Ernest Hemingway Home
Ernest Hemingway Living Room
Ernest Hemingway Stamp
Two days in Ketchum, Idaho with Jack and Angela Hemingway was one of those “pinch me, I must be dreaming” adventures. We were there to interview Jack for the upcoming release of the Hemingway line of furniture being introduced by Thomasville. What we found was one of the most unique travel experiences of a lifetime.
“There’s a Picasso in there somewhere” said Angela Hemingway, wife of Jack …eldest son of author Ernest Hemingway. “I have to run some errands and will be back in about an hour…just make yourself at home.” (The Picasso was a fake, however)
We went inside the solid concrete structure. The furnishings were the latest of the 50’s and early 60’s. The overall decor of the home where Ernest Hemingway lived his final two years seemed to suspend time.
“This house will survive a nuclear attack,” remarked Jack. “It was built to last..as will the writings of my father.”
Ernest Hemingway Footlocker
Ernest Hemingway Typewriter
Typed on Hemingway Typewriter
We wandered through the house, stopping frequently to admire various items of memorabilia placed throughout the living room. There was a bronze bust on a shelf which was surrounded by other items. Hemingway had a way of expressing our deepest desires to know the world in which we live.
We stood in the very spot where Ernest Hemingway pounded the keys of his typewriter inspired by the view through the picture window in front of him which looked upon the beauty of Sun Valley..a view that anyone would find breathtaking.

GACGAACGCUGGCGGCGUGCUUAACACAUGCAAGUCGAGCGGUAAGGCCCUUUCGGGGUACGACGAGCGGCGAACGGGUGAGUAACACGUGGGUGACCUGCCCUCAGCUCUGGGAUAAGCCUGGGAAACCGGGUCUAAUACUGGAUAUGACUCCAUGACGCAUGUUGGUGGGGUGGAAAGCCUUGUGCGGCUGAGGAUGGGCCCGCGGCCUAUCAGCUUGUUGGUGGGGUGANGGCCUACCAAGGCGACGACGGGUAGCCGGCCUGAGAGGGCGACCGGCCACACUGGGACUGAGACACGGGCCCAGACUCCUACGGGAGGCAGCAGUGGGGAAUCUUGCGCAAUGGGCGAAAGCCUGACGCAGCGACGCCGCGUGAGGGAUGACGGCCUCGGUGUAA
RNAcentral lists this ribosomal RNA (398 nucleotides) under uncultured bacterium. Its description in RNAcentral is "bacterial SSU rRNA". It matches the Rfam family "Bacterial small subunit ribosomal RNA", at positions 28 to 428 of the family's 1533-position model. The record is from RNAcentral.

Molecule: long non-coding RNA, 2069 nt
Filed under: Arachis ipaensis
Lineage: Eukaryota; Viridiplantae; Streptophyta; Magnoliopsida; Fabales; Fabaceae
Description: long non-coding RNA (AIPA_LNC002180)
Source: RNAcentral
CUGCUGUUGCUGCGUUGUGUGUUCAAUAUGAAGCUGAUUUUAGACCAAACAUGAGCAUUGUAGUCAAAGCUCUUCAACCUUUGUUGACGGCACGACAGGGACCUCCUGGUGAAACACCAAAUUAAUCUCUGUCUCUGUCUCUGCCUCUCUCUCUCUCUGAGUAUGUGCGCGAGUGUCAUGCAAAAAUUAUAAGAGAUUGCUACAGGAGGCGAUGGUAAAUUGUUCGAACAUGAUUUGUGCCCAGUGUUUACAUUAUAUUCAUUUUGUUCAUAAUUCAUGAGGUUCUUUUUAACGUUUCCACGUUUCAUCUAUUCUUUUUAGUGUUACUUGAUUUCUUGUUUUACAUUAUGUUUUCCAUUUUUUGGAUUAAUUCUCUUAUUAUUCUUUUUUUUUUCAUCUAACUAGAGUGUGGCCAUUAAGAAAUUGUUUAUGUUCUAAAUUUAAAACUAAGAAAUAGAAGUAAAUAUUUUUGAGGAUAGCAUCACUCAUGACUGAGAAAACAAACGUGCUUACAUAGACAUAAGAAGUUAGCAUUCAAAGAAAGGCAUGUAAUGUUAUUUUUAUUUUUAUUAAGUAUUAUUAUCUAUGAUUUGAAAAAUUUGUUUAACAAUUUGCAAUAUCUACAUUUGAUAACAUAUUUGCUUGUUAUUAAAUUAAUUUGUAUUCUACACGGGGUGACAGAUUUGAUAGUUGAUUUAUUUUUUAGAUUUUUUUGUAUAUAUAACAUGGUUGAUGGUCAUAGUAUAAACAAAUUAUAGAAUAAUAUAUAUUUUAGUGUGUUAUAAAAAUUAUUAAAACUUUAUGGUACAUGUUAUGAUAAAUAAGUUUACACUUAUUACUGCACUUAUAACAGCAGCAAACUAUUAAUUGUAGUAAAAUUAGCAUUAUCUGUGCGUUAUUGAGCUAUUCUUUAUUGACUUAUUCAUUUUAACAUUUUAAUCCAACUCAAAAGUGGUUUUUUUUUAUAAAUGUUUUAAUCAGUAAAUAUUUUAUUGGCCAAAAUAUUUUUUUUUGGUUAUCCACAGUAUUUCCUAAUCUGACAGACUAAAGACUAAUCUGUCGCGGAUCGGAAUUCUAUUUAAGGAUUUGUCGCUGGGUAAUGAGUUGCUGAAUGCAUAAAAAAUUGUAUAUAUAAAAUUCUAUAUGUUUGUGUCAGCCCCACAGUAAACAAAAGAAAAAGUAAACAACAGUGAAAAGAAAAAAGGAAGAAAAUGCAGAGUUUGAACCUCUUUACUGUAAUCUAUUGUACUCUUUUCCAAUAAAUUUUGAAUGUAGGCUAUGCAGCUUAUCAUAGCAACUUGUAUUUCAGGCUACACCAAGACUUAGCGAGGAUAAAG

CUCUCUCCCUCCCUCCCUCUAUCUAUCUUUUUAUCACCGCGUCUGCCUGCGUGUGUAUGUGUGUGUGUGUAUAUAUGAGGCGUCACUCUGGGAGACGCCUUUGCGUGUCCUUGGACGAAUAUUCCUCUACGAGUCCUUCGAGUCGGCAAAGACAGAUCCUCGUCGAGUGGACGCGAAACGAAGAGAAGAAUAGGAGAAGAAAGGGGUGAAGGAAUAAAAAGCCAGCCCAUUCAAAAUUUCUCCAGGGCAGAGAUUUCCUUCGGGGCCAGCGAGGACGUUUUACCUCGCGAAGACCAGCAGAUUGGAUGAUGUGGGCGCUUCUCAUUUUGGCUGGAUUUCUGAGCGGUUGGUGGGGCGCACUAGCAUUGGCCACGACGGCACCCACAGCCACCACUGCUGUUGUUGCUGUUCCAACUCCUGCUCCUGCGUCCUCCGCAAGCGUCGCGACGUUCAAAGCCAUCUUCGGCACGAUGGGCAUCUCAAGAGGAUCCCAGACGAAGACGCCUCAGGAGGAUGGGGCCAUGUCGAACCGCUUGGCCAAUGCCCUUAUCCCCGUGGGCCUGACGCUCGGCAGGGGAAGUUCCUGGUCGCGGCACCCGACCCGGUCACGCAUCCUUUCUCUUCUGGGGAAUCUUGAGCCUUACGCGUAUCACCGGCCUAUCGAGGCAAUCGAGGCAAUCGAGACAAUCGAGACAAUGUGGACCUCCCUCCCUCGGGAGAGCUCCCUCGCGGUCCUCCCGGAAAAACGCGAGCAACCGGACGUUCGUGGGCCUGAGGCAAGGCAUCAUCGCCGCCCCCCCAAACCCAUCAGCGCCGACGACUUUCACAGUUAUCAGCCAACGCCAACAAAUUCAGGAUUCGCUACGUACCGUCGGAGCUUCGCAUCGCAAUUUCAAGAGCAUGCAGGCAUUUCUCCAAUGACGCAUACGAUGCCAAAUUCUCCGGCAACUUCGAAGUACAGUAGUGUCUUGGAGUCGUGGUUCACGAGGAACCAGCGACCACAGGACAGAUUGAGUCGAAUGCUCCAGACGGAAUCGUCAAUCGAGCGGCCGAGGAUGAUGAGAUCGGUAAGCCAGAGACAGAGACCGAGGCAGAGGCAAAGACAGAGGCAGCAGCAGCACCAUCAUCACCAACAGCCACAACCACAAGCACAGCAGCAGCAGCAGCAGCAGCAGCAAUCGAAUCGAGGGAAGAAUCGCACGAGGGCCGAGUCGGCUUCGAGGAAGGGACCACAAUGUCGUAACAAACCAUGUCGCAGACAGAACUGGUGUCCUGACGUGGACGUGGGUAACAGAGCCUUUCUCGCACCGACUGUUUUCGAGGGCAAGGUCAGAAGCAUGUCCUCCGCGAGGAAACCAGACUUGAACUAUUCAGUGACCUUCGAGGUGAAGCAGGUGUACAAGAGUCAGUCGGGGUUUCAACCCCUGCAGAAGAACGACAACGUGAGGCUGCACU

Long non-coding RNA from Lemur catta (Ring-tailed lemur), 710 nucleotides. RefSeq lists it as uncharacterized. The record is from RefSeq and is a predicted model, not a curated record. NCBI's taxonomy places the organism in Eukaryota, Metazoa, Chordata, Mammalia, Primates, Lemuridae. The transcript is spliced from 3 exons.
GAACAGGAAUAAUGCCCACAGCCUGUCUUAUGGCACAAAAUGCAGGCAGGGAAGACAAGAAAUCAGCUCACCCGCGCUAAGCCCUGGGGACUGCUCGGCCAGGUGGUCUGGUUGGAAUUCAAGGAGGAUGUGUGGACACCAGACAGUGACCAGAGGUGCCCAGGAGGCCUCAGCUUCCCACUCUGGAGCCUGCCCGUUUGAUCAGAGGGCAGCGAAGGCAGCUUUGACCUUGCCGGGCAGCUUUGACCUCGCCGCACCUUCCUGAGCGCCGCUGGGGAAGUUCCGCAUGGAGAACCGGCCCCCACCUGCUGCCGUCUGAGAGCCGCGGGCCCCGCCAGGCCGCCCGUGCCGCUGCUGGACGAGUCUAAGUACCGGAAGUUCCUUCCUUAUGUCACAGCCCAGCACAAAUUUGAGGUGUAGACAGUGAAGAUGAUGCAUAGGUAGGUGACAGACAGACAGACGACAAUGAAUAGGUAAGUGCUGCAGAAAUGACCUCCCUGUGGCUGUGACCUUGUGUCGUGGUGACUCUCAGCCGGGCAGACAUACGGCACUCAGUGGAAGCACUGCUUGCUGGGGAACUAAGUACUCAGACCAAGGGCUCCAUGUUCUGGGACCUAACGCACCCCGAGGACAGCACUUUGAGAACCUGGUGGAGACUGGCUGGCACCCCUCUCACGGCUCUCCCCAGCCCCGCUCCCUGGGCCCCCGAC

I couldn’t resist…I slid a piece of paper into the typewriter but my mind went blank. Finally I typed “This was typed on Ernest Hemingway’s typewriter.” It hangs in a frame in my house now.
Ernest Hemingway Memorial
Ernest Hemingway Memorial
Drinks at the Olympic Bar
When we finished our work for the day we joined Jack and Angela at the favorite hangout of Ernest Hemingway in Ketchum…the Olympic Bar at the Christiania Restaurant. Having just finished reading “A Moveable Feast” I couldn’t believe the scene that was unfolding around me.
There we sat with the man who sat with his father at those outdoor cafe’s in Paris in the 1920’s. Our waitress was the granddaughter of actress Anne Southern. The owner, who joined us later, was the Olympic trainer for athletes such as Picabo Street. Others who dropped into the bar were world travelers who knew Jack and Angela.
Larry Frank and I kept looking at each other knowing that we were both thinking the same thing…”we’re living an Ernest Hemingway novel!”